Following his "pathetic" apology to China for referring to Taiwan as a nation during a promotional spot for his new film "F9," John Cena received a barrage of criticism from American Twitter users on Tuesday. Sen. Tom Cotton, a Republican, called Cena's apology "pathetic."

John Cena apologized for referring to Taiwan as a country during a promotional interview for "F9," the latest installment in the "Fast and Furious" franchise, earlier this month on Chinese social media platform Weibo. The Chinese, who consider Taiwan to be a rogue province within their territory, were furious at his blunder. However, many Chinese netizens were dissatisfied with Cena's gesture because he did not explicitly mention that Taiwan is a part of China in his statement, NY Post reported.

On Tuesday, WWE wrestler and movie star John Cena apologized to Chinese fans for referring to Taiwan as a country while promoting the latest Fast and Furious movie. For the video apology, Cena spoke in Mandarin, which he posted on Weibo, which is sometimes referred to as China's version of Twitter. Tony Lin, a Vice News producer, kindly translated the message with English subtitles for non-Mandarin speakers on his Twitter account not long after he posted his video.

  @Twitter

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John Cena said he loves and respect China and its people

The controversy erupted when Cena was on the red carpet to promote F9, the next installment in the Fast and Furious franchise, in which he stars. "Taiwan is the first country that can watch" the film, he said in Mandarin during an interview with Taiwanese broadcaster TVBS.

Cena apologized in a statement that quickly spread to other social media sites outside Weibo, saying, "I made a bad mistake. Now I have to say something really important: I love and respect China and the Chinese people," Newsweek reported.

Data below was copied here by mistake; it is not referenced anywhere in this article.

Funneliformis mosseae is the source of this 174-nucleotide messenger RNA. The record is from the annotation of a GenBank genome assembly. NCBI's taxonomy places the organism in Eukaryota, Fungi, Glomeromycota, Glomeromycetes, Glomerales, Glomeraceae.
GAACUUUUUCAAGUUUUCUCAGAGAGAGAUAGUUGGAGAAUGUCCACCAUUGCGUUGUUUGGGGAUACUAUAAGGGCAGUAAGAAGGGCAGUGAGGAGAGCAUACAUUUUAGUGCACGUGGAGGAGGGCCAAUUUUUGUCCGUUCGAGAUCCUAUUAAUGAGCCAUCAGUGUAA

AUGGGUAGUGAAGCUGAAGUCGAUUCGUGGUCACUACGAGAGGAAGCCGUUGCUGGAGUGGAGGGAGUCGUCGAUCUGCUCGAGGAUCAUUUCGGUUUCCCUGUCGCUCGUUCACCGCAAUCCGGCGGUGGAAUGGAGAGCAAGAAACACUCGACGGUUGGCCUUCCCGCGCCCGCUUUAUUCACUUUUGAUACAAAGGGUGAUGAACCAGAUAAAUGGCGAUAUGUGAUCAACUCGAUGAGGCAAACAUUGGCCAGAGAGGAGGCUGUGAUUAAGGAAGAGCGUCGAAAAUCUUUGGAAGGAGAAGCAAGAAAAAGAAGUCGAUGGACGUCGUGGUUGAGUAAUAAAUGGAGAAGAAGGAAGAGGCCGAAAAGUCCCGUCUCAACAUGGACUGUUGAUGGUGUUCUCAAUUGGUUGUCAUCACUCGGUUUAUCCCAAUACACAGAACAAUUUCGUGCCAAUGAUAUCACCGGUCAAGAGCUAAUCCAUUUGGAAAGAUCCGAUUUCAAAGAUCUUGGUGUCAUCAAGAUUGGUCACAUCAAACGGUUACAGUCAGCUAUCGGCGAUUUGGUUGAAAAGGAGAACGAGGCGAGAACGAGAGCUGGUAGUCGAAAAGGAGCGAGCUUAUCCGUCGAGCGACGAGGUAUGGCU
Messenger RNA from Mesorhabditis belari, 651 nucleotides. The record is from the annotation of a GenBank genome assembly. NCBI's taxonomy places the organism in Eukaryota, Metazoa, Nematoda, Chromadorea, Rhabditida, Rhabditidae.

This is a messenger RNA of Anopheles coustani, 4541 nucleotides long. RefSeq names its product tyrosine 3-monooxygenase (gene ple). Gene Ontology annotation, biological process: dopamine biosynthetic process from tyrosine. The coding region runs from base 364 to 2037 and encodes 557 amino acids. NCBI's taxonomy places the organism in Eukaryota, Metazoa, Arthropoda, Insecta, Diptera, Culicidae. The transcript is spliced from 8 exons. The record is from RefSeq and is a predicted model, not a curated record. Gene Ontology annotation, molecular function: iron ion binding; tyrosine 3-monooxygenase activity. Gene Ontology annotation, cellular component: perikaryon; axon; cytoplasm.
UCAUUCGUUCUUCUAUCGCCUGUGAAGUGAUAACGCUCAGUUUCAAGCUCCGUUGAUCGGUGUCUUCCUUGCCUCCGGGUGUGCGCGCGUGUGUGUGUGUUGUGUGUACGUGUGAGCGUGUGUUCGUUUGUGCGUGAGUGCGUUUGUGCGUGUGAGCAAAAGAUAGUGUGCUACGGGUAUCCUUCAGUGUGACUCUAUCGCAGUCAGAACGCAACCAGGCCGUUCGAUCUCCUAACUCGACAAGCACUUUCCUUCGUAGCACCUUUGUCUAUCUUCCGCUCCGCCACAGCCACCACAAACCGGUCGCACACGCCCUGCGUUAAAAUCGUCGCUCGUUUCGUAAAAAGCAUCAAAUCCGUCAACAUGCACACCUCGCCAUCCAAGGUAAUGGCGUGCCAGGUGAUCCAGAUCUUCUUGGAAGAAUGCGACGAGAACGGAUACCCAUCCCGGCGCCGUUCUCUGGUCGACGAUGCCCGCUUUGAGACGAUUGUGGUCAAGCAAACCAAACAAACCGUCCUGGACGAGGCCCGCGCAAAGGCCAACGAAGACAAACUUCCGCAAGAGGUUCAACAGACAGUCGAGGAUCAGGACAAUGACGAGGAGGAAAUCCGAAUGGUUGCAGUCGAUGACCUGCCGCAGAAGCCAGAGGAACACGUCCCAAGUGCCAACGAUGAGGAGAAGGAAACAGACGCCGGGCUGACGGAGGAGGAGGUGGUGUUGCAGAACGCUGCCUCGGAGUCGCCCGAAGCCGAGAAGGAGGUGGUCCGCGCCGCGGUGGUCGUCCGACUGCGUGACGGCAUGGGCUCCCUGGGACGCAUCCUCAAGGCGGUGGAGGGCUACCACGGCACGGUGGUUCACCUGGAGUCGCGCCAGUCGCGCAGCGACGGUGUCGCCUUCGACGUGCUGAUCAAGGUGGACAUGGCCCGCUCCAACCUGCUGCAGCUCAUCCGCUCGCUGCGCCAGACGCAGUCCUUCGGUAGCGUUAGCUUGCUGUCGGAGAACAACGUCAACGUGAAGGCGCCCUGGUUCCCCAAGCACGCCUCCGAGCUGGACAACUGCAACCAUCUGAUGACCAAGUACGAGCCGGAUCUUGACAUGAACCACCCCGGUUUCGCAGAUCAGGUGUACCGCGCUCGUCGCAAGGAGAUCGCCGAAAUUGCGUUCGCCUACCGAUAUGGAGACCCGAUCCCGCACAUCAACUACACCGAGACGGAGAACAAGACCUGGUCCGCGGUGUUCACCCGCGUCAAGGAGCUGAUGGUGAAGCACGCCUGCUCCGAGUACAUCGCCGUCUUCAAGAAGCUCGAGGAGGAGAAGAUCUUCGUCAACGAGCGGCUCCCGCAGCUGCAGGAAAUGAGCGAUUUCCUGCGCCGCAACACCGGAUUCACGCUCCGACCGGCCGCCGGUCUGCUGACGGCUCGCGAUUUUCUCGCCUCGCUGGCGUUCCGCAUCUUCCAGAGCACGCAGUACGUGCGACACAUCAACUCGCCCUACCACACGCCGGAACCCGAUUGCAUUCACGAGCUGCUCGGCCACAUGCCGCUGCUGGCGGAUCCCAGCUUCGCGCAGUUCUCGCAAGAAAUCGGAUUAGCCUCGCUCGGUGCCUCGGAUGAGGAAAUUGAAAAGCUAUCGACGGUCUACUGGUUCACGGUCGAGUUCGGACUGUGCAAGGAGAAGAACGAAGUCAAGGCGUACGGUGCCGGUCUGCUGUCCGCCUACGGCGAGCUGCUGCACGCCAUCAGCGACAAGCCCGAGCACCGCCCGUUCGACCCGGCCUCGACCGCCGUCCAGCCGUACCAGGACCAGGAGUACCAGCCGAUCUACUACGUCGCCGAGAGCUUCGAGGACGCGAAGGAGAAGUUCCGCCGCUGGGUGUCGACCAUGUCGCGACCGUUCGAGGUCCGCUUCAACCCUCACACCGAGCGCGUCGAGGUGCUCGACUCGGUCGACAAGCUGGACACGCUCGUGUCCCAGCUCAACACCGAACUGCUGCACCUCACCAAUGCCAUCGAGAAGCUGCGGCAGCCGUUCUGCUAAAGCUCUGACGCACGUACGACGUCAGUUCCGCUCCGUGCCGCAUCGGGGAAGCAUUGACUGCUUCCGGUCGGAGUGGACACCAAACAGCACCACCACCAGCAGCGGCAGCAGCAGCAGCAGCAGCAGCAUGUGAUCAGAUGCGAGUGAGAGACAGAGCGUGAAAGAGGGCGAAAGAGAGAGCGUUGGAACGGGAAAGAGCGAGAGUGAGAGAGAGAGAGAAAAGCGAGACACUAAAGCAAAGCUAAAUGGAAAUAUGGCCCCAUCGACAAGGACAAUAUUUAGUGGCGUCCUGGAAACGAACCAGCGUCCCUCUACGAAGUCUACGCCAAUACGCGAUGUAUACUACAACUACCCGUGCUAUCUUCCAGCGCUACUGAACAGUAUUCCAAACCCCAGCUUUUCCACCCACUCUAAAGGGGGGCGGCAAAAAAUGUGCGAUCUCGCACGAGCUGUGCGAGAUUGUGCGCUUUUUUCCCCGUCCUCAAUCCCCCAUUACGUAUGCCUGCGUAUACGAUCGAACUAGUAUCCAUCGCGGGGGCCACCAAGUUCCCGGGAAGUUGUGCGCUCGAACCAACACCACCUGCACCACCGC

Self-ruled Taiwan is considered a Chinese breakaway province by Beijing. In China, where nationalism is powerful, sovereignty and territory are significant concerns. Many Chinese people find it "offensive" to refer to Taiwan as a sovereign country, as Cena did during his interview with TVBS, according to The New York Times' Daniel Victor. Cena's comments sparked a massive backlash, especially on Weibo.

Cena is a well-known Chinese celebrity who has studied Mandarin for years and frequently uses Weibo. His fans there were disappointed by his choice of words, and some stayed angry even after he apologized since he never explicitly said that Taiwan is a part of China.

F9 was postponed for a year due to the pandemic, but it finally premiered this past weekend in eight foreign markets, including China and South Korea, and totaled $162 million in ticket sales. When the car-and-crime blockbuster hits American theaters on June 25, it will set a new record for the longest gap between a Hollywood film's foreign release and its domestic release. F9 was released early in China due to a ban on imported films in the country when theaters screen government-approved patriotic films.

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